The first thing I do when I wake up is check my email. I have 3 emails configured to my iPhone. Then I find myself checking Facebook, and every time I do, I tell myself, “This is not a nice way to start your day.”
I remember 6 or 7 years ago when I still lived in Lebanon, my bed was by the window. I would wake up, greet the trees and the sky, smile, and then jump out of bed. Back then I only had access to the internet at university and my father’s company.
If I had to do some research or send an email on the weekend, I would ask my father to open his office for me. We managed, it wasn’t so difficult. After graduating from university in 2006 I started working and I still only used the internet at work. I had social media accounts but I rarely paid attention to them. Then I moved to Saudi Arabia in 2007 and everyone around me started buying Blackberry phones and began interrupting their conversations to answer instant messages. It annoyed the hell out of me.
It created fights between my husband and I. At the time I had started using the internet on a daily basis from home too. I did to look for jobs and talk to friends and family back home. But still, I hadn’t formed what I call a “virtual identity” yet. I was still more present offline than online and I wasn’t concerned with posts and updates. Then I moved to Dubai in 2010 and still, I was reluctant to buy a smartphone. I had started to get addicted to checking my email even after going home from work. I also started receiving Facebook invitations for small events with friends and I would criticize that. To me invitations were supposed to be personal. I thought people might miss an event had they forgotten to check their Facebook.
Then it happened! I received the iPhone as a gift for my birthday. It is definitely a double-edged sword. Sometimes I wish I hadn’t received it. The first few days I was completely distracted by looking through music videos. Then after a while I started realizing that every time when in a conversation a question is asked or someone is wondering about a general fact I found myself drawn away from the conversation and completely consumed with finding the answer online on my smart phone. It also concerned me. I felt a change in my habits due to the upcoming of this new gadget in my life. I wondered why is it that now I was impatient to find answers and I wanted the information to be available on the spot.
I couldn’t even wait for a couple of hours to go home and look it up. I couldn’t stand theorizing about something when in a few minutes I could find the accurate explanation. Soon my friends and I would start a conversation and end up each looking through his/her phone and discussing what we are reading as we are reading it. Our eyes shifted to our screens even when we were talking to each other.
I was using the internet more and more to talk to family and friends in Lebanon and Saudi, and to apply for schools abroad. I was checking my email every few minutes. I once put an hourly alarm on my computer to force myself to only check it once an hour. In the beginning I was awaiting important emails but after a while I wasn’t expecting anything important but the habit grew on me. Then I moved to the Netherlands a year ago, in 2011. In the first month I had no internet connection on my phone. I was using a paper map and I would make stops on my bicycle to check an address and find out where I was. I would stop, park on the side of the road, unfold this huge map, try to remember which way to ride for the next few minutes, then fold it again, and ride. I have to admit the rides were fun like that. Lately I was checking an address on the phone while cycling and ended up bumping into a metal gate and falling to the ground with my bicycle on top of me. I was lucky to only hurt my leg.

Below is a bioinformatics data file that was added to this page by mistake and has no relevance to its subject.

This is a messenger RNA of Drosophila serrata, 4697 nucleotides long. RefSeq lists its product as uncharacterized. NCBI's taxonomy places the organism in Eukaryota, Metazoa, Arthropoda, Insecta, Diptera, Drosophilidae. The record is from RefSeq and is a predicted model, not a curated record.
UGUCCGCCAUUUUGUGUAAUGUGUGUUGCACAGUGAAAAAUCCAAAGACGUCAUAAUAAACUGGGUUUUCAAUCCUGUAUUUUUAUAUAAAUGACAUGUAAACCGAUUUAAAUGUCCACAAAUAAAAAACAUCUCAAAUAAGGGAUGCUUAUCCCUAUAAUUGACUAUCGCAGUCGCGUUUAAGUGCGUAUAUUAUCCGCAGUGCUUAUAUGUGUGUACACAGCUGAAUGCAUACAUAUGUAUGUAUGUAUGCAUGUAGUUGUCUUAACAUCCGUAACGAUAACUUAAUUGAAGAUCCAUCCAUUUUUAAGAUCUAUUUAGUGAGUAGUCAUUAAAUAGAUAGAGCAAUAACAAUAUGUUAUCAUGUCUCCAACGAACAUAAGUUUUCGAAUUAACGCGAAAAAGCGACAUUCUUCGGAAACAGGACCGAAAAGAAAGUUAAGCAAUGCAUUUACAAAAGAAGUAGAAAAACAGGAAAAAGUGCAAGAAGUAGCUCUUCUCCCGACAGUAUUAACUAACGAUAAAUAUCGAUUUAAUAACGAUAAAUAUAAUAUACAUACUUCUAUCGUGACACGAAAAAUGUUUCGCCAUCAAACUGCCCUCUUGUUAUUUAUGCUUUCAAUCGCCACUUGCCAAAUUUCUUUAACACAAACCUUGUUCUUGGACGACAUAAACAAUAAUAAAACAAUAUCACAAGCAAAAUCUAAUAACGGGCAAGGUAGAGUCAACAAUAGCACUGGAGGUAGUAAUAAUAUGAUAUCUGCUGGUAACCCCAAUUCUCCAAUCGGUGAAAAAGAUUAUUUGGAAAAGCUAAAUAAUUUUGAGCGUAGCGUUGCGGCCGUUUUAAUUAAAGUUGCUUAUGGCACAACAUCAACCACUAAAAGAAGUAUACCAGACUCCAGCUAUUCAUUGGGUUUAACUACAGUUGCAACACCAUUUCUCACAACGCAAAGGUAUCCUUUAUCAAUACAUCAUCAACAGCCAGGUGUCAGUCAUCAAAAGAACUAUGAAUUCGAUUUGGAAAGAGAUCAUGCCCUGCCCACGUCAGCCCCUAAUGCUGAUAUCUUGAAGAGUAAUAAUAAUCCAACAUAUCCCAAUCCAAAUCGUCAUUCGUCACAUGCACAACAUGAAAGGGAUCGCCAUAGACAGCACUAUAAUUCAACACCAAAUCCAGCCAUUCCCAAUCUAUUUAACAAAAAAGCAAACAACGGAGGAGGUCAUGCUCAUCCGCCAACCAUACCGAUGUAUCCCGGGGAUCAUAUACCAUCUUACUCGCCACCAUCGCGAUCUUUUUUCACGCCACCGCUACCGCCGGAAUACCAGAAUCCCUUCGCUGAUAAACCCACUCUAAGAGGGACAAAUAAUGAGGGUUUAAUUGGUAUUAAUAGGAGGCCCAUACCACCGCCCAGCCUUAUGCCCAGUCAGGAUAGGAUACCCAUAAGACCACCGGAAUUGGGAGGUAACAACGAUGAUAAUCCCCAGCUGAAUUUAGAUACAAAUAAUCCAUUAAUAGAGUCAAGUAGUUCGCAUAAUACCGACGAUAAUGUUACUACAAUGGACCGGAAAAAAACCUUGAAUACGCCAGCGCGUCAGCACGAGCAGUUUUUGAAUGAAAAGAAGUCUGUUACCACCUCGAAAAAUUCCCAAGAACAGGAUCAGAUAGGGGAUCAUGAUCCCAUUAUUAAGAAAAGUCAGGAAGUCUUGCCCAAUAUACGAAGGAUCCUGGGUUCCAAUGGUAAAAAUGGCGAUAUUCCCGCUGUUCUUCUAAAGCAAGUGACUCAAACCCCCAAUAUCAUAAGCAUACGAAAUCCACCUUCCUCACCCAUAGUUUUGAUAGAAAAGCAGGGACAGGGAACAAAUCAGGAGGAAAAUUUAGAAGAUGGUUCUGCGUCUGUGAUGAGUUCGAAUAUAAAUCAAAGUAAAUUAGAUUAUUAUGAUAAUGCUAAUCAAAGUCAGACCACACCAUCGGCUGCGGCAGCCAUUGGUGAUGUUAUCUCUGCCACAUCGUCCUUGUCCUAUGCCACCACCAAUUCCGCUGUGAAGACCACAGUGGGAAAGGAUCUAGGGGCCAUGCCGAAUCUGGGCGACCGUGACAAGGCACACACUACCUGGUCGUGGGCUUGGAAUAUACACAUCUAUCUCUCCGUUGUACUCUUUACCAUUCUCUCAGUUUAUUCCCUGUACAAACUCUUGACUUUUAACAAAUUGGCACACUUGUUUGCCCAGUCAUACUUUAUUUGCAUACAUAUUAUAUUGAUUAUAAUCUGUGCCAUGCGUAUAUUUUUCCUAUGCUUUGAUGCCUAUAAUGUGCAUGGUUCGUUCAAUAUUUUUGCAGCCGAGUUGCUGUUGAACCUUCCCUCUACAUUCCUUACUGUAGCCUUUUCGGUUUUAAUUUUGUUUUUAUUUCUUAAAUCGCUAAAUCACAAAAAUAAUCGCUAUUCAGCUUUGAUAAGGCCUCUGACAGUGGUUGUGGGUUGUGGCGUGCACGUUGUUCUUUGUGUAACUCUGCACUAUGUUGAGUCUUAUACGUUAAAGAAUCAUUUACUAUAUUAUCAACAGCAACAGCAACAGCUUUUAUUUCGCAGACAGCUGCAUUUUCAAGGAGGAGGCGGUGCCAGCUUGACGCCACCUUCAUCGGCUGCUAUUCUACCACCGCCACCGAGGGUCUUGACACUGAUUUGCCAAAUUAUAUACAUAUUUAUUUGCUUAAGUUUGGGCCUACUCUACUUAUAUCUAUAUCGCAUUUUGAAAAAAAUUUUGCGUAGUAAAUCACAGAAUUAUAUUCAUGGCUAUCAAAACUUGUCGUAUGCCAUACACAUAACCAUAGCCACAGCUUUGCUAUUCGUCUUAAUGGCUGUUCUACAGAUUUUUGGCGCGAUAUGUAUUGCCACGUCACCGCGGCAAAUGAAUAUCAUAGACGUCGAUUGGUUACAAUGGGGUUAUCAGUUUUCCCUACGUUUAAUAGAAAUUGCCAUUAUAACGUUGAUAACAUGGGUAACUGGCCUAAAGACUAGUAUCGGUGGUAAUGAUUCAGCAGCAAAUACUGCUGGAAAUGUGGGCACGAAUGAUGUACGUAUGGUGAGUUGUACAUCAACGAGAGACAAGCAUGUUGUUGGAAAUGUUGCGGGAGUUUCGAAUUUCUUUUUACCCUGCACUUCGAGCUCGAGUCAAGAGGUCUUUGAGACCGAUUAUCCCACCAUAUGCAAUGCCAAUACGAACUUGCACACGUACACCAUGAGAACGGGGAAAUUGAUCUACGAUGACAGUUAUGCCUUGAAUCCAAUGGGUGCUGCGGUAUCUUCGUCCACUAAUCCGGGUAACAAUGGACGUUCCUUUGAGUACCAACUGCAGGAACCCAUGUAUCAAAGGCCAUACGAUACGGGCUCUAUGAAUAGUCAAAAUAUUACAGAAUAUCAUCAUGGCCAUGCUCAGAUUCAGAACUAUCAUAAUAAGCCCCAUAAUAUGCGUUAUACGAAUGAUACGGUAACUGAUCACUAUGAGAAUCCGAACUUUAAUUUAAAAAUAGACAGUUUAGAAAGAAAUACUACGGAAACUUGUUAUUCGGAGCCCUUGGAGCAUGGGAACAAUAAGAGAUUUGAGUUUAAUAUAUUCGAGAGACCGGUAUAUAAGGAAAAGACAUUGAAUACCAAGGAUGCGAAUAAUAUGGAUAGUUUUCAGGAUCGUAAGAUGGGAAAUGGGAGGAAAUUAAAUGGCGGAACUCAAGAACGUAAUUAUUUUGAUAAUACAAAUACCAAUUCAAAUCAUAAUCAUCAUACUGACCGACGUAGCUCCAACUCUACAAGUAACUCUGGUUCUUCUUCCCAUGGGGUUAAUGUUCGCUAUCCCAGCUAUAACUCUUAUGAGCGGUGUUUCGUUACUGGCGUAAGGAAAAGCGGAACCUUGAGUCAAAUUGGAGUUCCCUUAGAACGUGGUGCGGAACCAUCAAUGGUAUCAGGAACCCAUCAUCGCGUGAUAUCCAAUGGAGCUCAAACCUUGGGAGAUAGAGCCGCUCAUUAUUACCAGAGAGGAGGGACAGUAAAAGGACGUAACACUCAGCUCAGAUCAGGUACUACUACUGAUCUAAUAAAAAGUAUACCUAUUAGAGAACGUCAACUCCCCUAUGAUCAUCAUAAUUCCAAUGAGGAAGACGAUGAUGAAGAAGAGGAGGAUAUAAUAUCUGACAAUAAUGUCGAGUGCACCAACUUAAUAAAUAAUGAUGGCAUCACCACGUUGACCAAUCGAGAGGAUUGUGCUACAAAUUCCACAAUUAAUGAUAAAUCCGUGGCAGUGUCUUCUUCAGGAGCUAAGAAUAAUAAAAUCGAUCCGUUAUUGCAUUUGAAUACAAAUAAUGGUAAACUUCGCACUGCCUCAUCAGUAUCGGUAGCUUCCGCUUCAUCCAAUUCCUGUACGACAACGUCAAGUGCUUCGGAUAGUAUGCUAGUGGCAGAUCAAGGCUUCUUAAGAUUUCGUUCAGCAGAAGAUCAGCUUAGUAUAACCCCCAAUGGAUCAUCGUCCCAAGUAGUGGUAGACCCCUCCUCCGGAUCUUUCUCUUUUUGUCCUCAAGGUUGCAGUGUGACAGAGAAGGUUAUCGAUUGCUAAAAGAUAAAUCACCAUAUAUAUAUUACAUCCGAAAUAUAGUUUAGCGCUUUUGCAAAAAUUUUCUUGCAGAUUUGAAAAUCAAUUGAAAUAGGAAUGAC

When I first moved to the Netherlands I was shocked at how people are so sucked into their smartphone screens while waiting for the train or on the train. I found it a bit impolite –coming from a very sensitive and diplomatic culture– to completely isolate oneself with one’s phone when sitting in front of someone on the train for example. I kept resisting this tendency for quite some time but after a year I was part of the herd. Also, because I lived alone for the first time in my life, I needed some kind of conversation. So I found myself posting pictures or statuses on Facebook waiting for people’s reactions. I started to accept that it was some kind of expression that’s inevitable in our time. I am a little introverted and on Facebook I speak another language. I speak what I would write to publish in a book. What sounds like poetic or witty remarks about life and incidents. I do that in periods of time. I’m not always present online. But I do keep up with parties and events online. Now I’m trying to use the internet mainly for self publicity as I’m starting a new career. But I did realize that the more I live in different places, the more I spend time online to keep up with previous ones.
I do intend to keep travelling so I hope I get to see more of the new place then my computer screen.
I am thankful for writing this letter for I have taken a distance from my habits and observed them in a more critical way. When I look around me I can’t help but noticing that my most talkative and extrovert friends, who still engage in long conversations with people and give every new encounter enough time to get to know the person well, are the people who don’t have a Facebook account. I think I will challenge myself to be Internet free for a period of time. I’ll see where it will take me.